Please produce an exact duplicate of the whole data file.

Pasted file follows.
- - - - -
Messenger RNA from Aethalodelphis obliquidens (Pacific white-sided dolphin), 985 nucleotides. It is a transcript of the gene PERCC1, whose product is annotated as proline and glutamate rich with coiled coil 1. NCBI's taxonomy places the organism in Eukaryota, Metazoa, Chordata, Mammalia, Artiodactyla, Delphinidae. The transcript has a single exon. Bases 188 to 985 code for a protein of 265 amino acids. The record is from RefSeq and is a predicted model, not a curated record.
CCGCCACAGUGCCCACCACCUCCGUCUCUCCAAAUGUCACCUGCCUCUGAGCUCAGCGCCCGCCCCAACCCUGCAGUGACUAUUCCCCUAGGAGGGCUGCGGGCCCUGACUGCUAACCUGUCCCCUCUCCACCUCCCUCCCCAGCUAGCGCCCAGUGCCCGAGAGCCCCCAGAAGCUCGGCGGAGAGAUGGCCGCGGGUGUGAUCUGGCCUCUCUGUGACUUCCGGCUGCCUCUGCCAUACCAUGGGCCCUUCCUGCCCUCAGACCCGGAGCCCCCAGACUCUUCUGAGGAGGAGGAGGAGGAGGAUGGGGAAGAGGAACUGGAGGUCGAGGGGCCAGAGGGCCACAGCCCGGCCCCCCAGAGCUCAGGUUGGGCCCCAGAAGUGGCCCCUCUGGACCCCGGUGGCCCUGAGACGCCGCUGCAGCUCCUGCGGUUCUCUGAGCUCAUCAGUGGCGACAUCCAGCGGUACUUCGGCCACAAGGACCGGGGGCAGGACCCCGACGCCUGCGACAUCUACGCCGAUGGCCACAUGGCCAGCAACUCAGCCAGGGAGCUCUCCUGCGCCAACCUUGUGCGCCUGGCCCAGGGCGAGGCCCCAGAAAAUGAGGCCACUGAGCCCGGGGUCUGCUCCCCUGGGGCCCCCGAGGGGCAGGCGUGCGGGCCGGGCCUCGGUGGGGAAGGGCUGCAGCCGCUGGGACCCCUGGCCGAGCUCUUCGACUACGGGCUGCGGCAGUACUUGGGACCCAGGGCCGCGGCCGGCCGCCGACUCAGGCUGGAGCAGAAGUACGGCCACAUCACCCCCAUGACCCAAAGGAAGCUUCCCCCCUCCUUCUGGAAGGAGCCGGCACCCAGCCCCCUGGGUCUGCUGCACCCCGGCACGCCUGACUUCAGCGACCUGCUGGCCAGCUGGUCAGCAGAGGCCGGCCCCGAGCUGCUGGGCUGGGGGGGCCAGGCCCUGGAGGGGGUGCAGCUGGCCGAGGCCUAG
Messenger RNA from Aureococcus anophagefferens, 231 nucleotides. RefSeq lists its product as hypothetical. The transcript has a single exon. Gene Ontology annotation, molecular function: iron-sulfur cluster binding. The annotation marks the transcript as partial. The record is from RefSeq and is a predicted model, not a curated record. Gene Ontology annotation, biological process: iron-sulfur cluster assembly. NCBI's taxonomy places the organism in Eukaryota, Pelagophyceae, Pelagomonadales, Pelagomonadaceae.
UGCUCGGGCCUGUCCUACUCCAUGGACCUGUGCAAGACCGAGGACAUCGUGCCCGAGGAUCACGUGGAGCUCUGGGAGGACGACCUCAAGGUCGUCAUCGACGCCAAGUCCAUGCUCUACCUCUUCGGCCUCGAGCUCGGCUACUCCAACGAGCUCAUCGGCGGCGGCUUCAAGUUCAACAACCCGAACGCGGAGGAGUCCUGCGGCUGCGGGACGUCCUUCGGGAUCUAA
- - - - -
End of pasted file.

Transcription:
Messenger RNA from Aethalodelphis obliquidens (Pacific white-sided dolphin), 985 nucleotides. It is a transcript of the gene PERCC1, whose product is annotated as proline and glutamate rich with coiled coil 1. NCBI's taxonomy places the organism in Eukaryota, Metazoa, Chordata, Mammalia, Artiodactyla, Delphinidae. The transcript has a single exon. Bases 188 to 985 code for a protein of 265 amino acids. The record is from RefSeq and is a predicted model, not a curated record.
CCGCCACAGUGCCCACCACCUCCGUCUCUCCAAAUGUCACCUGCCUCUGAGCUCAGCGCCCGCCCCAACCCUGCAGUGACUAUUCCCCUAGGAGGGCUGCGGGCCCUGACUGCUAACCUGUCCCCUCUCCACCUCCCUCCCCAGCUAGCGCCCAGUGCCCGAGAGCCCCCAGAAGCUCGGCGGAGAGAUGGCCGCGGGUGUGAUCUGGCCUCUCUGUGACUUCCGGCUGCCUCUGCCAUACCAUGGGCCCUUCCUGCCCUCAGACCCGGAGCCCCCAGACUCUUCUGAGGAGGAGGAGGAGGAGGAUGGGGAAGAGGAACUGGAGGUCGAGGGGCCAGAGGGCCACAGCCCGGCCCCCCAGAGCUCAGGUUGGGCCCCAGAAGUGGCCCCUCUGGACCCCGGUGGCCCUGAGACGCCGCUGCAGCUCCUGCGGUUCUCUGAGCUCAUCAGUGGCGACAUCCAGCGGUACUUCGGCCACAAGGACCGGGGGCAGGACCCCGACGCCUGCGACAUCUACGCCGAUGGCCACAUGGCCAGCAACUCAGCCAGGGAGCUCUCCUGCGCCAACCUUGUGCGCCUGGCCCAGGGCGAGGCCCCAGAAAAUGAGGCCACUGAGCCCGGGGUCUGCUCCCCUGGGGCCCCCGAGGGGCAGGCGUGCGGGCCGGGCCUCGGUGGGGAAGGGCUGCAGCCGCUGGGACCCCUGGCCGAGCUCUUCGACUACGGGCUGCGGCAGUACUUGGGACCCAGGGCCGCGGCCGGCCGCCGACUCAGGCUGGAGCAGAAGUACGGCCACAUCACCCCCAUGACCCAAAGGAAGCUUCCCCCCUCCUUCUGGAAGGAGCCGGCACCCAGCCCCCUGGGUCUGCUGCACCCCGGCACGCCUGACUUCAGCGACCUGCUGGCCAGCUGGUCAGCAGAGGCCGGCCCCGAGCUGCUGGGCUGGGGGGGCCAGGCCCUGGAGGGGGUGCAGCUGGCCGAGGCCUAG
Messenger RNA from Aureococcus anophagefferens, 231 nucleotides. RefSeq lists its product as hypothetical. The transcript has a single exon. Gene Ontology annotation, molecular function: iron-sulfur cluster binding. The annotation marks the transcript as partial. The record is from RefSeq and is a predicted model, not a curated record. Gene Ontology annotation, biological process: iron-sulfur cluster assembly. NCBI's taxonomy places the organism in Eukaryota, Pelagophyceae, Pelagomonadales, Pelagomonadaceae.
UGCUCGGGCCUGUCCUACUCCAUGGACCUGUGCAAGACCGAGGACAUCGUGCCCGAGGAUCACGUGGAGCUCUGGGAGGACGACCUCAAGGUCGUCAUCGACGCCAAGUCCAUGCUCUACCUCUUCGGCCUCGAGCUCGGCUACUCCAACGAGCUCAUCGGCGGCGGCUUCAAGUUCAACAACCCGAACGCGGAGGAGUCCUGCGGCUGCGGGACGUCCUUCGGGAUCUAA